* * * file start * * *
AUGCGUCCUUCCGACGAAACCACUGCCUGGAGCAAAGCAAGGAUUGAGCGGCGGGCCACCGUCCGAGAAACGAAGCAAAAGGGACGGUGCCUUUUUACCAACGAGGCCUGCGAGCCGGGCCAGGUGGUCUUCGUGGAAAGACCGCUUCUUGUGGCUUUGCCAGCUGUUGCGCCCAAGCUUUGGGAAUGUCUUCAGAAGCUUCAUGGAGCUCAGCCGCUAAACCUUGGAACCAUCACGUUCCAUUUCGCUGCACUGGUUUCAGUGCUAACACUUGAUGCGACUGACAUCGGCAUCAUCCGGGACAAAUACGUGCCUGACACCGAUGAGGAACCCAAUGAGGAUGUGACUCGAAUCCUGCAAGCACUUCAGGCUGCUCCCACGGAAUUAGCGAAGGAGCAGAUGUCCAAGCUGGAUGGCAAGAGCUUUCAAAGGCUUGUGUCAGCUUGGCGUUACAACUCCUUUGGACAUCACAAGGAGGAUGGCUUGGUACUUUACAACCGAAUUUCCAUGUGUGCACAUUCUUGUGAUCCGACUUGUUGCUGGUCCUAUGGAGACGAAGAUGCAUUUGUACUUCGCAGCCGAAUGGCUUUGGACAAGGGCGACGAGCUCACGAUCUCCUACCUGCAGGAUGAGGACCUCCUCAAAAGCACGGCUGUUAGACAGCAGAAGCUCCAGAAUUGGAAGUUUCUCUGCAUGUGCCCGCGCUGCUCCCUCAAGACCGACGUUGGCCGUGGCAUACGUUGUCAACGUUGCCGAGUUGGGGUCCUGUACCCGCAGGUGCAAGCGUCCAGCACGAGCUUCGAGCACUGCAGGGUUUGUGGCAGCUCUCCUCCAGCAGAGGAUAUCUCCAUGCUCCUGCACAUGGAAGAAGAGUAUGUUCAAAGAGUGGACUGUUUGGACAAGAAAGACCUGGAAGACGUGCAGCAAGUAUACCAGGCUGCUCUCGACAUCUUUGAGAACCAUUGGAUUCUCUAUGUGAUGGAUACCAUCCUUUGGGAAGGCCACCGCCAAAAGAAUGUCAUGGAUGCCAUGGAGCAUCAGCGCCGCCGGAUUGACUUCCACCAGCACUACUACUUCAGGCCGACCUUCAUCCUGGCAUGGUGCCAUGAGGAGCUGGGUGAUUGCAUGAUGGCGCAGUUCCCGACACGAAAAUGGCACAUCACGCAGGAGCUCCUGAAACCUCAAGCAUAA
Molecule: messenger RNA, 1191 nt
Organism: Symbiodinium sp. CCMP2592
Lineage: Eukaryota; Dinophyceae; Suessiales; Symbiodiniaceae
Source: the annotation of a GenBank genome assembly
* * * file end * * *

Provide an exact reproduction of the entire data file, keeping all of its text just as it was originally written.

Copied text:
AUGCGUCCUUCCGACGAAACCACUGCCUGGAGCAAAGCAAGGAUUGAGCGGCGGGCCACCGUCCGAGAAACGAAGCAAAAGGGACGGUGCCUUUUUACCAACGAGGCCUGCGAGCCGGGCCAGGUGGUCUUCGUGGAAAGACCGCUUCUUGUGGCUUUGCCAGCUGUUGCGCCCAAGCUUUGGGAAUGUCUUCAGAAGCUUCAUGGAGCUCAGCCGCUAAACCUUGGAACCAUCACGUUCCAUUUCGCUGCACUGGUUUCAGUGCUAACACUUGAUGCGACUGACAUCGGCAUCAUCCGGGACAAAUACGUGCCUGACACCGAUGAGGAACCCAAUGAGGAUGUGACUCGAAUCCUGCAAGCACUUCAGGCUGCUCCCACGGAAUUAGCGAAGGAGCAGAUGUCCAAGCUGGAUGGCAAGAGCUUUCAAAGGCUUGUGUCAGCUUGGCGUUACAACUCCUUUGGACAUCACAAGGAGGAUGGCUUGGUACUUUACAACCGAAUUUCCAUGUGUGCACAUUCUUGUGAUCCGACUUGUUGCUGGUCCUAUGGAGACGAAGAUGCAUUUGUACUUCGCAGCCGAAUGGCUUUGGACAAGGGCGACGAGCUCACGAUCUCCUACCUGCAGGAUGAGGACCUCCUCAAAAGCACGGCUGUUAGACAGCAGAAGCUCCAGAAUUGGAAGUUUCUCUGCAUGUGCCCGCGCUGCUCCCUCAAGACCGACGUUGGCCGUGGCAUACGUUGUCAACGUUGCCGAGUUGGGGUCCUGUACCCGCAGGUGCAAGCGUCCAGCACGAGCUUCGAGCACUGCAGGGUUUGUGGCAGCUCUCCUCCAGCAGAGGAUAUCUCCAUGCUCCUGCACAUGGAAGAAGAGUAUGUUCAAAGAGUGGACUGUUUGGACAAGAAAGACCUGGAAGACGUGCAGCAAGUAUACCAGGCUGCUCUCGACAUCUUUGAGAACCAUUGGAUUCUCUAUGUGAUGGAUACCAUCCUUUGGGAAGGCCACCGCCAAAAGAAUGUCAUGGAUGCCAUGGAGCAUCAGCGCCGCCGGAUUGACUUCCACCAGCACUACUACUUCAGGCCGACCUUCAUCCUGGCAUGGUGCCAUGAGGAGCUGGGUGAUUGCAUGAUGGCGCAGUUCCCGACACGAAAAUGGCACAUCACGCAGGAGCUCCUGAAACCUCAAGCAUAA
Molecule: messenger RNA, 1191 nt
Organism: Symbiodinium sp. CCMP2592
Lineage: Eukaryota; Dinophyceae; Suessiales; Symbiodiniaceae
Source: the annotation of a GenBank genome assembly